LOS ANGELES (AP) — Gov. Gavin Newsom picked up litter and painted over graffiti in Los Angeles on Wednesday to highlight California’s $1.1 billion initiative to clean areas near highways, roads and other public spaces, an effort he promised to expand next year to address homeless encampments.
Before collecting syringes and broken electronics along a downtown freeway, Newsom returned to the nearby lot where he announced the Clean California plan last May. Previously piled with trash, it’s now a manicured park with benches, palm trees and a vegetable garden.
The California Department of Transportation, known as Caltrans, is spearheading cleanups at similar sites statewide where Newsom said 4,200 tons (3,810 metric tons) of trash has been collected since the program was launched.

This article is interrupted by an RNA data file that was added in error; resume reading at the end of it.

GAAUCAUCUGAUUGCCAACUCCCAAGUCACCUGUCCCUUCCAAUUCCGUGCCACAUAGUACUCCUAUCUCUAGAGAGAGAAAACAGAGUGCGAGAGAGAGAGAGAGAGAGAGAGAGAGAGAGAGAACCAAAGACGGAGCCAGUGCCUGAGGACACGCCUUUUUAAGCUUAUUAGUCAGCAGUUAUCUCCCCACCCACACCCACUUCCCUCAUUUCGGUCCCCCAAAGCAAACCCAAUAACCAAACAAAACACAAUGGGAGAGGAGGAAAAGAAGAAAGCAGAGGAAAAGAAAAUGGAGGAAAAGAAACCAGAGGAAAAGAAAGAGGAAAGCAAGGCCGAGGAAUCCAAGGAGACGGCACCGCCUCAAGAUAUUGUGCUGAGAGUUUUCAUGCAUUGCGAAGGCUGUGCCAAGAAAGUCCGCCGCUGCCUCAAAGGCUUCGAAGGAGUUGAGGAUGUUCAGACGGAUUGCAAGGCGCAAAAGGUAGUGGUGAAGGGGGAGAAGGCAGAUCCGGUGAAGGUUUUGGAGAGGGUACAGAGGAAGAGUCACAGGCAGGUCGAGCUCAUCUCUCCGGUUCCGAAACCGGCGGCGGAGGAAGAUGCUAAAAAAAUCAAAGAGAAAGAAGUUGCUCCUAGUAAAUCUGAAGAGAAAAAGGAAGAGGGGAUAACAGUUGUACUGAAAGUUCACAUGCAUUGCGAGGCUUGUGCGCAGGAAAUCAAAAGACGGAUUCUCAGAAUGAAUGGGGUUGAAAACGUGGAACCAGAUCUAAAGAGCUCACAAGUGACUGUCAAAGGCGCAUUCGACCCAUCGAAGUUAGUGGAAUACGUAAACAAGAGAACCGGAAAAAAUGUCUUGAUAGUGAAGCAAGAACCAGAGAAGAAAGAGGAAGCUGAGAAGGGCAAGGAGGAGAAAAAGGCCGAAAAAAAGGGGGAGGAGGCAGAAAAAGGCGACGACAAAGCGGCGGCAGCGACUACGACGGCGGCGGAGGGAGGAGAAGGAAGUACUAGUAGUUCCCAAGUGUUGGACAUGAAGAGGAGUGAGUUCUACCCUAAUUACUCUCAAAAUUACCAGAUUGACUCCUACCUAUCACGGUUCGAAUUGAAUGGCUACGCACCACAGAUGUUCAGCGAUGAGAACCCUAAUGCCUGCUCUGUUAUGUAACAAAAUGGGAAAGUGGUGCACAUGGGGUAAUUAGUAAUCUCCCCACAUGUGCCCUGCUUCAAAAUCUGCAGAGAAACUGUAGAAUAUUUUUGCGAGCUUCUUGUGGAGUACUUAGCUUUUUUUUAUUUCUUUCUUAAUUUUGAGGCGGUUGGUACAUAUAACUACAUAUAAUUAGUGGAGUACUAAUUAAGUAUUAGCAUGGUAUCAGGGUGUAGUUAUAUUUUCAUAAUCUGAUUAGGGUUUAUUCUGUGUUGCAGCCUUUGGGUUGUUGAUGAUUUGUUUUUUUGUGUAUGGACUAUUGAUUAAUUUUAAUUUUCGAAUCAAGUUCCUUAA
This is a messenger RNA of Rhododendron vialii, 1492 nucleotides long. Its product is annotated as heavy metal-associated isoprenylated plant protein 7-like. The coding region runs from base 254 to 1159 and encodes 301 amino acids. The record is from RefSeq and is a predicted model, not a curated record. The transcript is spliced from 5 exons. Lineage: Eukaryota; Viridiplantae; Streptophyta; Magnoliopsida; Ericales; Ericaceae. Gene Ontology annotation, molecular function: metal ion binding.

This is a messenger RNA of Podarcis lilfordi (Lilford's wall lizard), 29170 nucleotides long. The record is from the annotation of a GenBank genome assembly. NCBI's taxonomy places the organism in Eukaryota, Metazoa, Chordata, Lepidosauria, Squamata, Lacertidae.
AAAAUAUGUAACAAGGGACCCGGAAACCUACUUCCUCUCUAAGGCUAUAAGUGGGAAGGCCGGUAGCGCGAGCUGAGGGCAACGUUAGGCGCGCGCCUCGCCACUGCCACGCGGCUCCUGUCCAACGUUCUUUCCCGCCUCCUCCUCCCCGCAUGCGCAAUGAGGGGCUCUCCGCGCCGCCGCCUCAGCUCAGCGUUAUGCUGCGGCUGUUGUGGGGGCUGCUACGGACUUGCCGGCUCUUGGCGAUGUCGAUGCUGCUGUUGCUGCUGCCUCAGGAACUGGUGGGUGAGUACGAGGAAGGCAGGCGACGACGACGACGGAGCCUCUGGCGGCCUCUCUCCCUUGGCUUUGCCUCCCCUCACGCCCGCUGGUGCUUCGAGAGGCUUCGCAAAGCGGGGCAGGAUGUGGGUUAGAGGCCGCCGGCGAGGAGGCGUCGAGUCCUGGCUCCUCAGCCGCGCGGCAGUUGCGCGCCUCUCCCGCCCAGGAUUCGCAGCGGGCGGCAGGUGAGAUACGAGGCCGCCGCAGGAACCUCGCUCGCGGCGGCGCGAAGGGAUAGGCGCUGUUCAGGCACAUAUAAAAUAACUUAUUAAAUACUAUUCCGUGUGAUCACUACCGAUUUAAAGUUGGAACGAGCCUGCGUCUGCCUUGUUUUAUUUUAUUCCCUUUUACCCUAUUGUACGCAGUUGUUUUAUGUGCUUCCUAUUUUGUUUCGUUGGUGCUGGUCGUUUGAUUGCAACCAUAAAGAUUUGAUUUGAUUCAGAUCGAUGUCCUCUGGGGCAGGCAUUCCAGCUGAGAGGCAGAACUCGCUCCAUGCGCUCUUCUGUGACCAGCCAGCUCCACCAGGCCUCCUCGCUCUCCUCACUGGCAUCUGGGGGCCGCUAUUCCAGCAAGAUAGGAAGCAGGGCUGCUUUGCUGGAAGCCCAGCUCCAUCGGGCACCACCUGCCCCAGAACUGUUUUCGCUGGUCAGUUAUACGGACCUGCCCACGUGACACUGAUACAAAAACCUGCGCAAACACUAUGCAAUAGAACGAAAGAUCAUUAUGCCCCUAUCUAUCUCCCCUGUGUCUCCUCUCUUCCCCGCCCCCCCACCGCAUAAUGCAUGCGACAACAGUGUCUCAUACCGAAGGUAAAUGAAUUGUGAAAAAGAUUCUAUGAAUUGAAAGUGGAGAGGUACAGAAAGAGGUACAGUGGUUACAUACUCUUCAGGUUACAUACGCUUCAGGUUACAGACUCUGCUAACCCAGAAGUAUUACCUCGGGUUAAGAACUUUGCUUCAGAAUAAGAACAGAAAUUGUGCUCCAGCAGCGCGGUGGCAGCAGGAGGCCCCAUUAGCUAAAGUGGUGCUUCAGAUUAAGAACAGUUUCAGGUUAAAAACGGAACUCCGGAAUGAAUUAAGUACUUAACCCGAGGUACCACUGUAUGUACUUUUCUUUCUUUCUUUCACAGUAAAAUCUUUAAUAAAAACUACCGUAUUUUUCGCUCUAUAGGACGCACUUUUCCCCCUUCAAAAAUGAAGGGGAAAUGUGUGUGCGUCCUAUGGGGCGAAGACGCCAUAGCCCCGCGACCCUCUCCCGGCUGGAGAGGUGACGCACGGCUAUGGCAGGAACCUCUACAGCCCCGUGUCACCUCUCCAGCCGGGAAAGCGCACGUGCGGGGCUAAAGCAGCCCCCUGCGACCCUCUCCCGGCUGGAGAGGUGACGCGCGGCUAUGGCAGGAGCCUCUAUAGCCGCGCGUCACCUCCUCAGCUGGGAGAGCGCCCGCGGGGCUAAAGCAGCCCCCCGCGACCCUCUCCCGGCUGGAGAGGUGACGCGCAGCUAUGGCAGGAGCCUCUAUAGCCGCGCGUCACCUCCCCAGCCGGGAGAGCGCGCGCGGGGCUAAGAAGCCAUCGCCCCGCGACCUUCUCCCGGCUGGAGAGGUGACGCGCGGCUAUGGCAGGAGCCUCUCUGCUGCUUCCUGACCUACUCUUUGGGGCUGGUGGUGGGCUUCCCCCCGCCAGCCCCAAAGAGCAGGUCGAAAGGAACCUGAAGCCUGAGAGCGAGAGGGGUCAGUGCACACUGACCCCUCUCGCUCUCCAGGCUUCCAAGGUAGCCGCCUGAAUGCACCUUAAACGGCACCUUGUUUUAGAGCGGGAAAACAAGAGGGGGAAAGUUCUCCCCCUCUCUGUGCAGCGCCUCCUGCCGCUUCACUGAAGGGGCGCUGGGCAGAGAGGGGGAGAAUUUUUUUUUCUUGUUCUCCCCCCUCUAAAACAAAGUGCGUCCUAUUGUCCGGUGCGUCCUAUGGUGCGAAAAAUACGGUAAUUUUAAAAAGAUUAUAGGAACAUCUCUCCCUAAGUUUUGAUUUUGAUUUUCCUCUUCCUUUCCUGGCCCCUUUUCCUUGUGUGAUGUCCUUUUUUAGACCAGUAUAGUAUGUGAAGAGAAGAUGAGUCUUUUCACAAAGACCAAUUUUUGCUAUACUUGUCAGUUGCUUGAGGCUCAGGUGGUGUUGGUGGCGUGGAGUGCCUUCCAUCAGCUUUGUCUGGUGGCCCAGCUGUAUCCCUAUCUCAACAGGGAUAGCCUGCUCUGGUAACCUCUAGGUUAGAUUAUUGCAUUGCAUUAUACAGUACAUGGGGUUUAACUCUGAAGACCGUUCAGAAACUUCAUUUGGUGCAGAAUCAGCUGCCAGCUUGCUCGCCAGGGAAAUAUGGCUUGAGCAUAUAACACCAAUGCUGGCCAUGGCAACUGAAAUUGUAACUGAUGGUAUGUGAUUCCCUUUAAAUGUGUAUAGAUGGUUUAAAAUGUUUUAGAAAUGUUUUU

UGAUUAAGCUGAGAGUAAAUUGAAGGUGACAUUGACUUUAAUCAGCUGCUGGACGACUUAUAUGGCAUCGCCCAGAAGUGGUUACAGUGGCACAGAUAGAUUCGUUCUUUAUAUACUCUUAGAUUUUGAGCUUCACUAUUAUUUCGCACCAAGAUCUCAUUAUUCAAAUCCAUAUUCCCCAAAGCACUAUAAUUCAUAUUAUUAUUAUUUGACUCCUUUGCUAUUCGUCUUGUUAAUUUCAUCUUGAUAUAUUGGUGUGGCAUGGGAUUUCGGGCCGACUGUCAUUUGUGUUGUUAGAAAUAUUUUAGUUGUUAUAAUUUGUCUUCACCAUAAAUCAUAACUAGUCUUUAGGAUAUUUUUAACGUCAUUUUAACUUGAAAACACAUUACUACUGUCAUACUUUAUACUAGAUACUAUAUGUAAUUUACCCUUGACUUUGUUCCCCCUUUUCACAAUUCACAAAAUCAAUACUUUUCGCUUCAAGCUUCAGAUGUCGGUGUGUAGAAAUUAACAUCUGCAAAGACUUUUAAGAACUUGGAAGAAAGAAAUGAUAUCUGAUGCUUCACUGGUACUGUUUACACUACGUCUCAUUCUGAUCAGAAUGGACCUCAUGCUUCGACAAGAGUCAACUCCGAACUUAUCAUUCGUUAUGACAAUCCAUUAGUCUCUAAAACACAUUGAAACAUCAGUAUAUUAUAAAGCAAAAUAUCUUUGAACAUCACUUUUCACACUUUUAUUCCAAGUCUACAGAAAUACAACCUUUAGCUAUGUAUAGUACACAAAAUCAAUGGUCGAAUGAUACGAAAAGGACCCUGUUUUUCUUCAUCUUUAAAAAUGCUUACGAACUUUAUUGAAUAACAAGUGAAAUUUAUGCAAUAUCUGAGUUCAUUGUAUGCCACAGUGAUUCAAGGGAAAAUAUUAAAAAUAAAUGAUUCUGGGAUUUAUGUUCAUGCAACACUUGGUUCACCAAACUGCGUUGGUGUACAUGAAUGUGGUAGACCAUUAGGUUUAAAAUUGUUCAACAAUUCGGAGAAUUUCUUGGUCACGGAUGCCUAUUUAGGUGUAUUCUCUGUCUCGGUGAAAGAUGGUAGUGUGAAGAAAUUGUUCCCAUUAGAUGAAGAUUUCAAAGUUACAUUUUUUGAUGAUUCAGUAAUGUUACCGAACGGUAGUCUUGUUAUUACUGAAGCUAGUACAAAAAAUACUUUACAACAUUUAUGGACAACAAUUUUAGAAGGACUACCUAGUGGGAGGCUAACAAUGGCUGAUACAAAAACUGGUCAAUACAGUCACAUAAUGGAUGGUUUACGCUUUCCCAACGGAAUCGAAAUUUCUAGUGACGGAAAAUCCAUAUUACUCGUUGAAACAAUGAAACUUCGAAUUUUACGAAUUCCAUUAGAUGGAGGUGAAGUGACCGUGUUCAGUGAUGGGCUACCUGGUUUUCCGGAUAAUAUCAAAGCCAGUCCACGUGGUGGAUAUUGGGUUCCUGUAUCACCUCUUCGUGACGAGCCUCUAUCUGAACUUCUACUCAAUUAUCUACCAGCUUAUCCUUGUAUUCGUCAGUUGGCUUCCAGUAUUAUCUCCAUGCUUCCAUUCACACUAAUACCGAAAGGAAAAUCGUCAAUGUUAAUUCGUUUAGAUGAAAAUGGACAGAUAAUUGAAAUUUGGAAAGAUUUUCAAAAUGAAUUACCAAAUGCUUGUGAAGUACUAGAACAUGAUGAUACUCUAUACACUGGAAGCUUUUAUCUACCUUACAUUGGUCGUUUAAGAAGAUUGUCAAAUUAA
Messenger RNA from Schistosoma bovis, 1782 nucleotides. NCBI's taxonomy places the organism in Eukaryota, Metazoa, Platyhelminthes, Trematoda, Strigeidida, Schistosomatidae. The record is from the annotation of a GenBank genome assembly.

At-risk youth and people who were formerly homeless or incarcerated have been given priority for the jobs created by the three-year initiative. Some 11,000 people have already been hired and many of them are working in neighborhoods where they live, which restores a “sense of community,” the governor said.
“Because once people feel connected to something, once they feel ownership to something, they are more apt to protect it, to preserve it,” he said.
The cleanup comes amid growing frustration with homeless encampments that have sprouted under highway overpasses and near freeway exit and entry ramps throughout California in the past few years. The encampments have grown during the coronavirus pandemic, and many are crammed with discarded sofas, mattresses and other trash.